We would like to thank the following companies for supplying and supporting us with our test system hardware and equipment: AVADirect, GIGABYTE, Cooler Master, LSI and Noctua.
You can read more about TweakTown's Storage Product Testing Workstation and the procedures followed to test products in this article.
Today we get a chance to use our Seagate Constellation 2.5" 500GB drives that have been hanging around for a couple of months. For testing the AIC MiniBOD we ran a mixed set of ST9500430SS SAS drives and finished the final four slots off with ST950053NS SATA drives. Other than the interface difference, one being SAS and the other SATA, both drives are from the Constellation Series and the specs are nearly identical.
We chose to test the AIC MiniBOD in two configurations, the first in RAID 0 and the second in RAID 5. Most users of this equipment would and should use RAID 5 or RAID 6 since a drive failure in RAID 0 would cause a total loss of data.
The very powerful LSI 9280-8E was chosen for duty since it features the required external SAS connectors, PCIe 2.0 connectivity to the motherboard and is the fastest SAS 2.0 RAID controller currently available on the market. The adaptive cache does cause some issues while testing since the technology is designed for real world performance increases and is way ahead of current benchmarking software.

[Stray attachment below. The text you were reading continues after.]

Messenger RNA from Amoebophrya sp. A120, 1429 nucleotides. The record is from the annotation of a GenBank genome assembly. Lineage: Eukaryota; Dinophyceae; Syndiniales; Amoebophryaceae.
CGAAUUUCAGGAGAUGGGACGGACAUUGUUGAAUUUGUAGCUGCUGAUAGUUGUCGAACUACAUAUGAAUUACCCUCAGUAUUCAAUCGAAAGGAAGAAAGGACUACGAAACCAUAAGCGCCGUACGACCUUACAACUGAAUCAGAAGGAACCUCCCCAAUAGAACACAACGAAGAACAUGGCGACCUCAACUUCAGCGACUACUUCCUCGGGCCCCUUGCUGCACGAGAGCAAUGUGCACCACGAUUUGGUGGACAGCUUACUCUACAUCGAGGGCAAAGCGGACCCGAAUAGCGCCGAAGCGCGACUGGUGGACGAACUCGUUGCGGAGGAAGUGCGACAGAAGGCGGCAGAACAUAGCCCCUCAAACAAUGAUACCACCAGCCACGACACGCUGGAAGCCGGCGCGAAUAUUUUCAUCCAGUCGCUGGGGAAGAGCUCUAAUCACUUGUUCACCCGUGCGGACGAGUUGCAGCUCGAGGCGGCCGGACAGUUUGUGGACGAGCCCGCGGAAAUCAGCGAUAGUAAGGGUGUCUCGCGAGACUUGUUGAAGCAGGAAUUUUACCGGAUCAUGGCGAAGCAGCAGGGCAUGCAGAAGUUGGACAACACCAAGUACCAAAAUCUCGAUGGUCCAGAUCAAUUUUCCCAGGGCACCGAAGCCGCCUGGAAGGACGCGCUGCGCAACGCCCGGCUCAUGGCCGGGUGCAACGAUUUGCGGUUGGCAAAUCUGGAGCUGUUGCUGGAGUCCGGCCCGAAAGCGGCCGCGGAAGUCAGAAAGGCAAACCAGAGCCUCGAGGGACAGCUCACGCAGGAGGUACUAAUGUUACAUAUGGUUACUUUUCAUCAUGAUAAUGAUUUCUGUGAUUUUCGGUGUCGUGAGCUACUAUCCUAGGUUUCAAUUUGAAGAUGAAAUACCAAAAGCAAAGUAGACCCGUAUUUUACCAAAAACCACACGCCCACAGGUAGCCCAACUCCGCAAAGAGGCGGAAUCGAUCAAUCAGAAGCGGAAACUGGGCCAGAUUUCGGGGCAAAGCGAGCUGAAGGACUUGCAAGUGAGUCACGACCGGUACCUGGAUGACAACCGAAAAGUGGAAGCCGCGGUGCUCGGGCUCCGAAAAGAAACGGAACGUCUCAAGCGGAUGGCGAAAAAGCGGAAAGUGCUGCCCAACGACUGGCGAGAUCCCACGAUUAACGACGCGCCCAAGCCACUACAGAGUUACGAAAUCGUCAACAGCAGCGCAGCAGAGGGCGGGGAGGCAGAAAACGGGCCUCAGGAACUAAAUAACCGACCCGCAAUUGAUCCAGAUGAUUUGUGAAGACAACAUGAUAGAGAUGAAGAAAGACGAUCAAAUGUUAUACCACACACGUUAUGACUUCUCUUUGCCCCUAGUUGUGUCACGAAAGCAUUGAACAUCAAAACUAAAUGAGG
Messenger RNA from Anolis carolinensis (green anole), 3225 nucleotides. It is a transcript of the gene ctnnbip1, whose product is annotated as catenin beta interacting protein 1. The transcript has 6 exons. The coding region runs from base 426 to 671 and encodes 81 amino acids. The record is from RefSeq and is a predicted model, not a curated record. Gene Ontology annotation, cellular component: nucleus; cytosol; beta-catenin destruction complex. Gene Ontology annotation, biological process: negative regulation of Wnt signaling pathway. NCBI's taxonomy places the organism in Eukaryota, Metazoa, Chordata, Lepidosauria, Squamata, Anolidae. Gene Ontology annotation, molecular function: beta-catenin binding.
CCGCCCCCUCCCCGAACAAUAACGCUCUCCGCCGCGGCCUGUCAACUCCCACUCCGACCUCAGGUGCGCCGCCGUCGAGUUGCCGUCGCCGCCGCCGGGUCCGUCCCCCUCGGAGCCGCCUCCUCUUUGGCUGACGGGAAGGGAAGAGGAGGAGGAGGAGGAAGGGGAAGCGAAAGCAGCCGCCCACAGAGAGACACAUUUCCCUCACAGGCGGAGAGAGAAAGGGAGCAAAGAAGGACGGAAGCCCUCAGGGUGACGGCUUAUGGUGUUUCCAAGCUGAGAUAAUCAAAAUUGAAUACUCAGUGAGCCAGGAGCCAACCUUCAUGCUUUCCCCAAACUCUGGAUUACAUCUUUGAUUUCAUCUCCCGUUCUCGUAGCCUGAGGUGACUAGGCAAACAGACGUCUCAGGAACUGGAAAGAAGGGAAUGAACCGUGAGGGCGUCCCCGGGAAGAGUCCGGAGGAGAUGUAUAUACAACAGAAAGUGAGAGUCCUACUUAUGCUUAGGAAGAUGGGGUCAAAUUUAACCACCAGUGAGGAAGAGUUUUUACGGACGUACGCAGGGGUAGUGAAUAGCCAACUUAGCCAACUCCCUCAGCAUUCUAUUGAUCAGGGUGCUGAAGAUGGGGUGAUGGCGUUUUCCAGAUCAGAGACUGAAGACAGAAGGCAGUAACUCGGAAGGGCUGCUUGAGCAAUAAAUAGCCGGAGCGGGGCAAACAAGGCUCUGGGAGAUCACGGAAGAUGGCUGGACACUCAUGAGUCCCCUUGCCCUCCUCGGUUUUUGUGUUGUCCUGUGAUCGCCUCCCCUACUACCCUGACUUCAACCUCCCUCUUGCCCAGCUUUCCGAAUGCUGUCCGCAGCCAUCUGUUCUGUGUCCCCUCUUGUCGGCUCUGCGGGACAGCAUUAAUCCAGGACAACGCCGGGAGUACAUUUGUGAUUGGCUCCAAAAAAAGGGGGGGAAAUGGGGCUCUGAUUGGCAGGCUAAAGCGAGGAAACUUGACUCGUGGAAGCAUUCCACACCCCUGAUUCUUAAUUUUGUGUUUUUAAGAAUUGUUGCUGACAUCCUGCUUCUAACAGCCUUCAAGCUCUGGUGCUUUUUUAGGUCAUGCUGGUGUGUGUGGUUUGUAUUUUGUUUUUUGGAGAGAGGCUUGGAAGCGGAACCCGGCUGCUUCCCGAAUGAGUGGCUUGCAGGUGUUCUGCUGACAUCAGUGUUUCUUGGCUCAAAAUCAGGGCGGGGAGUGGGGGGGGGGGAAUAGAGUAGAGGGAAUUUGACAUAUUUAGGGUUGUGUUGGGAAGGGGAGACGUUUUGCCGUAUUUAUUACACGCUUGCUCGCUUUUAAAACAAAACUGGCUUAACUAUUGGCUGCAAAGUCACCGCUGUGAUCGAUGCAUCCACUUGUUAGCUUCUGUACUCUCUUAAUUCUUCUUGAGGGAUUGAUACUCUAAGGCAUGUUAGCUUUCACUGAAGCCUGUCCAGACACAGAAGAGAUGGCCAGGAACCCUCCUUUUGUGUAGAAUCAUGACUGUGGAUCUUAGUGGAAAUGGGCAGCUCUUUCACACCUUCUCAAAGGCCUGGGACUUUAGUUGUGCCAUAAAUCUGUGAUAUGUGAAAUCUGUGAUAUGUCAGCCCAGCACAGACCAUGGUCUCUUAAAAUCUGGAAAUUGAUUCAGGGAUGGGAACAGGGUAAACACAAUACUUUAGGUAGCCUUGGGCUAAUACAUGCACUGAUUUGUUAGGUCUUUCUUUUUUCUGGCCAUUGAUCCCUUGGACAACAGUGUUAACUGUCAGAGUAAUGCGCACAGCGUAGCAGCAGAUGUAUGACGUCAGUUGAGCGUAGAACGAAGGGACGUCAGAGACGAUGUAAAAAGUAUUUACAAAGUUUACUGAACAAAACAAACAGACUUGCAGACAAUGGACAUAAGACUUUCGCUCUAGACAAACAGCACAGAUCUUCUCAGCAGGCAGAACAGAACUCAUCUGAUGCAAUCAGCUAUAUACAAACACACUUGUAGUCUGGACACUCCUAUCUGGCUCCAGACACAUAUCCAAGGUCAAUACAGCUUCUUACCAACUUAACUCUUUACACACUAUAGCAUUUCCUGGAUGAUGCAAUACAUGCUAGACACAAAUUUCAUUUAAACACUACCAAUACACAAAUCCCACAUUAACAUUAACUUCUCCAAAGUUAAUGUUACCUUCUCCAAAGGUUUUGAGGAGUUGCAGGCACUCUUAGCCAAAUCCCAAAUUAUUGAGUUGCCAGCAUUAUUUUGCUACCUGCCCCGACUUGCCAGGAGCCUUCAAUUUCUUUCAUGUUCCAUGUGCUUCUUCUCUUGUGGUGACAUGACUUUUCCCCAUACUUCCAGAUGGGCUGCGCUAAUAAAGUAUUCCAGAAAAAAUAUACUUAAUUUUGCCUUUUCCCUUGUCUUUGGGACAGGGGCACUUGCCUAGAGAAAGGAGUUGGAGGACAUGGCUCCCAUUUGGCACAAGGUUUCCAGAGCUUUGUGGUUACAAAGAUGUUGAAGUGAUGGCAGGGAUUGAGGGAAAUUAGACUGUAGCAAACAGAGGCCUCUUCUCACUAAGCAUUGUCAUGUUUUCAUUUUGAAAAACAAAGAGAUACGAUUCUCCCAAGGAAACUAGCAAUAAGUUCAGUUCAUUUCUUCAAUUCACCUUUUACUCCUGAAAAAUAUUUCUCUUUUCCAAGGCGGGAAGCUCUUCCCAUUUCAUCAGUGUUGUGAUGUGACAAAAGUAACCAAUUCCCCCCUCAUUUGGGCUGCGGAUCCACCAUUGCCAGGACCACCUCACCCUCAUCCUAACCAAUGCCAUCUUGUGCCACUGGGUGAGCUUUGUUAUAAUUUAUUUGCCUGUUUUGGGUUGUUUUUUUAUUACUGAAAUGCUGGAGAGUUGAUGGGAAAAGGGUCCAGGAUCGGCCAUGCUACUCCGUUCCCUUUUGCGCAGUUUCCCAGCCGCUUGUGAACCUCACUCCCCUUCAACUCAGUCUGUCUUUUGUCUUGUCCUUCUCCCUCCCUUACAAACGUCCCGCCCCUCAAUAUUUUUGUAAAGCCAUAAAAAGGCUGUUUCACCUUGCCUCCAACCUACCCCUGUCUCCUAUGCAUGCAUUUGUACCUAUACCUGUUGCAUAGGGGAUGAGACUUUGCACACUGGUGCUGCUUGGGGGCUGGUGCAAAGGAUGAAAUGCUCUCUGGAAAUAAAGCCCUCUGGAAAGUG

What it boils down to is that adaptive cache actually makes real world tasks faster than what they appear in our snapshot style benchmark software that was designed to record performance under the old way of doing things.
ATTO Baseline Performance
Version and / or Patch Used: 2.34
ATTO is used by many disk manufacturers to determine the read and write speeds that will be presented to customers.
In ATTO we see data transfer rates exceeding 730MB/s with the combination of hardware used. In the 16k test we actually saw a massive 856MB/s read.